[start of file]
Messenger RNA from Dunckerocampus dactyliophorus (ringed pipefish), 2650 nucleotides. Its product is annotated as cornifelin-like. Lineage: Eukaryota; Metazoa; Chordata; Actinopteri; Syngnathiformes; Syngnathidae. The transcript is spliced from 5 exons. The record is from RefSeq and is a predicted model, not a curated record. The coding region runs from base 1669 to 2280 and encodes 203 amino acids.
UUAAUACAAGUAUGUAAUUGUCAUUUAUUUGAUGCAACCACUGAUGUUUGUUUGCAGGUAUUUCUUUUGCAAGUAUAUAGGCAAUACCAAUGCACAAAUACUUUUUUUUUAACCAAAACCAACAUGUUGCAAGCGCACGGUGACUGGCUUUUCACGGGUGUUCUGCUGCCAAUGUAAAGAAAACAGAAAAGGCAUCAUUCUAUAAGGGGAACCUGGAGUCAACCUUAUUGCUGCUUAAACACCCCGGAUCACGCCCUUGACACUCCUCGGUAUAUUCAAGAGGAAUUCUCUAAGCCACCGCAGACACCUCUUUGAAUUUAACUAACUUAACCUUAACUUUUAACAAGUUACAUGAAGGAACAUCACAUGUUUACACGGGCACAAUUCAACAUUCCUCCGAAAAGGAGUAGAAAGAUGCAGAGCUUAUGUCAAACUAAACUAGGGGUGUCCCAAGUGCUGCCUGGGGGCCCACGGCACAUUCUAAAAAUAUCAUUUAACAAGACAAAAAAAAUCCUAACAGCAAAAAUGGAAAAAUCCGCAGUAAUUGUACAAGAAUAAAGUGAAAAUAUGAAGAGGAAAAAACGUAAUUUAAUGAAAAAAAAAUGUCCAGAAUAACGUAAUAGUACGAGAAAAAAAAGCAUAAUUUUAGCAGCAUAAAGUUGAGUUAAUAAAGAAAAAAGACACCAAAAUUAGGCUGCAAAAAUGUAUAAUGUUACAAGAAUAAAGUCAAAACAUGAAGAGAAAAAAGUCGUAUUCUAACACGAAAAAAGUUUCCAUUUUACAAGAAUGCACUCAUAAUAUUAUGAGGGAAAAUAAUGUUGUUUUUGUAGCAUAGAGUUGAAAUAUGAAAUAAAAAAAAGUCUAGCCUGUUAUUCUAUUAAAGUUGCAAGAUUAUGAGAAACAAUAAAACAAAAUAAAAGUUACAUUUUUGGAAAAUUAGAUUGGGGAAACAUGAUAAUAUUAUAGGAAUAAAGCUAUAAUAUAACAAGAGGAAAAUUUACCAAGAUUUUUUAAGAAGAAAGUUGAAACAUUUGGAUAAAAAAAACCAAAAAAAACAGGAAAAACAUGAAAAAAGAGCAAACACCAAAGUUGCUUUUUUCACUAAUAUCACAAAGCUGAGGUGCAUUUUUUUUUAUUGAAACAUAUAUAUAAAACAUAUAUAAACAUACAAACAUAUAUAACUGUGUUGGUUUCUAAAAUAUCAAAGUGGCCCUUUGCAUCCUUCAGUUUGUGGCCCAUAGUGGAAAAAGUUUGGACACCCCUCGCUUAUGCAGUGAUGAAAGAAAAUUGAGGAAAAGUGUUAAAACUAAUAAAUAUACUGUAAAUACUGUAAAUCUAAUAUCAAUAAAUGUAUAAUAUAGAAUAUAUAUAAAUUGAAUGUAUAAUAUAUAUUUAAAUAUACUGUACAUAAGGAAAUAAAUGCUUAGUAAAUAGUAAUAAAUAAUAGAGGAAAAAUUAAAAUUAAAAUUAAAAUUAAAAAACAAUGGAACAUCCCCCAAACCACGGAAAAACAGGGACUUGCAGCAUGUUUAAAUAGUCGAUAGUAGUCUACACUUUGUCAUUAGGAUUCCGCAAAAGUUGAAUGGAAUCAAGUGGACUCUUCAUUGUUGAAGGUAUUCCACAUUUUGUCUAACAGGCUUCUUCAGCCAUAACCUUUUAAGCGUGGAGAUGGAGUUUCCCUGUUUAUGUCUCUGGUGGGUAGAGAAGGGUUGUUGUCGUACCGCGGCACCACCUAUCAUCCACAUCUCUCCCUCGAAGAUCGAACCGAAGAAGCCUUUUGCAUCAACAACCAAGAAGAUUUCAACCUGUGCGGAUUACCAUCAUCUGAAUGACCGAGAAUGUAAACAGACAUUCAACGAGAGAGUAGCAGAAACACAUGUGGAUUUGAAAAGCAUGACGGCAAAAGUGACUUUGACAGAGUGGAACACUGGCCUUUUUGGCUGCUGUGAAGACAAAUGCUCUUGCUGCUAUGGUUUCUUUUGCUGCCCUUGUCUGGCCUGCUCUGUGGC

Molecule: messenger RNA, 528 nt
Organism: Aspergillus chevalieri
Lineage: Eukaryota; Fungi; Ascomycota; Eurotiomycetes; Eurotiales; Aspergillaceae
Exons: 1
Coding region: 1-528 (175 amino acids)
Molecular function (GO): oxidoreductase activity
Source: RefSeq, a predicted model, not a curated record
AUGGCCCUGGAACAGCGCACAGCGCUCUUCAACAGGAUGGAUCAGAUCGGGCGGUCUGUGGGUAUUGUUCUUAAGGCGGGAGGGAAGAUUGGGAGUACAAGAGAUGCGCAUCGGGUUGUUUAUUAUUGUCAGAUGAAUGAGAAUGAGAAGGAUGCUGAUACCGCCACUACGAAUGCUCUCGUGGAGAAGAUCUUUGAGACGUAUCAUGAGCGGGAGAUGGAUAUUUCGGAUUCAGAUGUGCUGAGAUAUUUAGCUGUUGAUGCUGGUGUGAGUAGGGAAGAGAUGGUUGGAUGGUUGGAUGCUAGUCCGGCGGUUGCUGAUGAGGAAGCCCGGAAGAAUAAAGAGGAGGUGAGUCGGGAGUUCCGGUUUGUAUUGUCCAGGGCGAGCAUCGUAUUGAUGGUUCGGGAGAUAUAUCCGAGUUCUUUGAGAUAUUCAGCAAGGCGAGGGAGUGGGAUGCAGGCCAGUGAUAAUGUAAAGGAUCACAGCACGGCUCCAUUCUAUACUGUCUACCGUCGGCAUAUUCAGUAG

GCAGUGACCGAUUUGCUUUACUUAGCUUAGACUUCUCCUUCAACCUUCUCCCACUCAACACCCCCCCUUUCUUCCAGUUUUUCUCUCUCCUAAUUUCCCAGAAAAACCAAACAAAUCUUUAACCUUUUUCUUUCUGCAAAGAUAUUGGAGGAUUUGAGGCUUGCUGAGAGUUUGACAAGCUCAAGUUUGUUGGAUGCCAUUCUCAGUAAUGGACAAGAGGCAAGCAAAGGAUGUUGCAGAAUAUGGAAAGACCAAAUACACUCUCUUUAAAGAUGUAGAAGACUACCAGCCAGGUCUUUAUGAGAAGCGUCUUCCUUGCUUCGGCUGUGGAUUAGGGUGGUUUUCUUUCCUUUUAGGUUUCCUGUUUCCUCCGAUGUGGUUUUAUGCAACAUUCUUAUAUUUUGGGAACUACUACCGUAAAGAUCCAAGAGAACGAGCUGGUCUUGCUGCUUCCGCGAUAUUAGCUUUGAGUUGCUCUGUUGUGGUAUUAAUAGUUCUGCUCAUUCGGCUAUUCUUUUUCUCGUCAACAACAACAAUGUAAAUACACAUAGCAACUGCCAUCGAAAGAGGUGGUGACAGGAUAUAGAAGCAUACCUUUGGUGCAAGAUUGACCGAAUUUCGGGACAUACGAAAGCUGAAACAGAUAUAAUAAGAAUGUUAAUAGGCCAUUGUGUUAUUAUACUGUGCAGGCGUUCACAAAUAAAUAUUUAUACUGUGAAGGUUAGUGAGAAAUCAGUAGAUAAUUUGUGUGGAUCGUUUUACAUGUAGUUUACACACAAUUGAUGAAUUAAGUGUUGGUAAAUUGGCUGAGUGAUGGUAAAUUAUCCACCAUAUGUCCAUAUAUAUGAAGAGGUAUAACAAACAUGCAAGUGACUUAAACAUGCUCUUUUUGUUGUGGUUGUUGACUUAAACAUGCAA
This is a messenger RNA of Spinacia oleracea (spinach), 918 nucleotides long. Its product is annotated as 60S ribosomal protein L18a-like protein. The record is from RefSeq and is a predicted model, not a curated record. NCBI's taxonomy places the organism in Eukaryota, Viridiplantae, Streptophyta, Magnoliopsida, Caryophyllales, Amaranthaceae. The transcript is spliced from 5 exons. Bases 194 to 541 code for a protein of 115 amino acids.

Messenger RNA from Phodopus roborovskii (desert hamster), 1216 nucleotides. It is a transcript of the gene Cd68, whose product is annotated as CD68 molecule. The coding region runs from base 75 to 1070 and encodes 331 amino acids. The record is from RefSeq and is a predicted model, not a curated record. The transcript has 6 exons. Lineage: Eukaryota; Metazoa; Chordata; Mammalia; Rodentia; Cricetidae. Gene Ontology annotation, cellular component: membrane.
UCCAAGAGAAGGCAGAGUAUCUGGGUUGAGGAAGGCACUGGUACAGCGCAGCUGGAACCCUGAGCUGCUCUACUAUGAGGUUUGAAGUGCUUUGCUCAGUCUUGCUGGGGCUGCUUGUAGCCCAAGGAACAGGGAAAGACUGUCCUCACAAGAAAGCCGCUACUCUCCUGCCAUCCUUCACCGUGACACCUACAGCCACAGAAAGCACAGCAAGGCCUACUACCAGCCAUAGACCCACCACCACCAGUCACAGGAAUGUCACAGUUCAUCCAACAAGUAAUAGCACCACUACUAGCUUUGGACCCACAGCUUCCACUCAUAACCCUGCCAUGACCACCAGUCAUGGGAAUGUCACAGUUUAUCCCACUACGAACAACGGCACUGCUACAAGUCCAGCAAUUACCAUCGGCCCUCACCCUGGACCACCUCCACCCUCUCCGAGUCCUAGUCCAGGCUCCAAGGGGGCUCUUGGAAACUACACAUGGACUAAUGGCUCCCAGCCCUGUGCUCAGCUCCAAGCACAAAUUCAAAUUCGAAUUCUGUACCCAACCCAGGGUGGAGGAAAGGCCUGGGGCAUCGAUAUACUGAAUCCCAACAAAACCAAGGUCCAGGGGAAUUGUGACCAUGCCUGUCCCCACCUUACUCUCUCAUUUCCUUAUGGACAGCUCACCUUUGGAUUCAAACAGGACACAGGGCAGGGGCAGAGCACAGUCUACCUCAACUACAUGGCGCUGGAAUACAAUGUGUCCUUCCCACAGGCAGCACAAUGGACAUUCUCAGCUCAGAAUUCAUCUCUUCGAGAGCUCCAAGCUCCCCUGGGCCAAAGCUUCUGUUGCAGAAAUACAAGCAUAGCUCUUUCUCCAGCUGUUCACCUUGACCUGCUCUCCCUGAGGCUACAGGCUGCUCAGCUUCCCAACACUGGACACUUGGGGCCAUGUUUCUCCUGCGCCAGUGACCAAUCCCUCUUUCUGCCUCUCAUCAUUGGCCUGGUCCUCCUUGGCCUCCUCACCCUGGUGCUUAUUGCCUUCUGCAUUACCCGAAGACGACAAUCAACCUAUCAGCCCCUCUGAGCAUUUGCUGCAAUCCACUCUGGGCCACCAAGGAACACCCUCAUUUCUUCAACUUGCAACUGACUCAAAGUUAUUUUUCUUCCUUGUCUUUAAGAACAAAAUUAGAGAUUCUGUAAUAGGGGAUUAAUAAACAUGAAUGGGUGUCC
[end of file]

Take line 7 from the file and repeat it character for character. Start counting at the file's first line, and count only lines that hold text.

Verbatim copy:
Coding region: 1-528 (175 amino acids)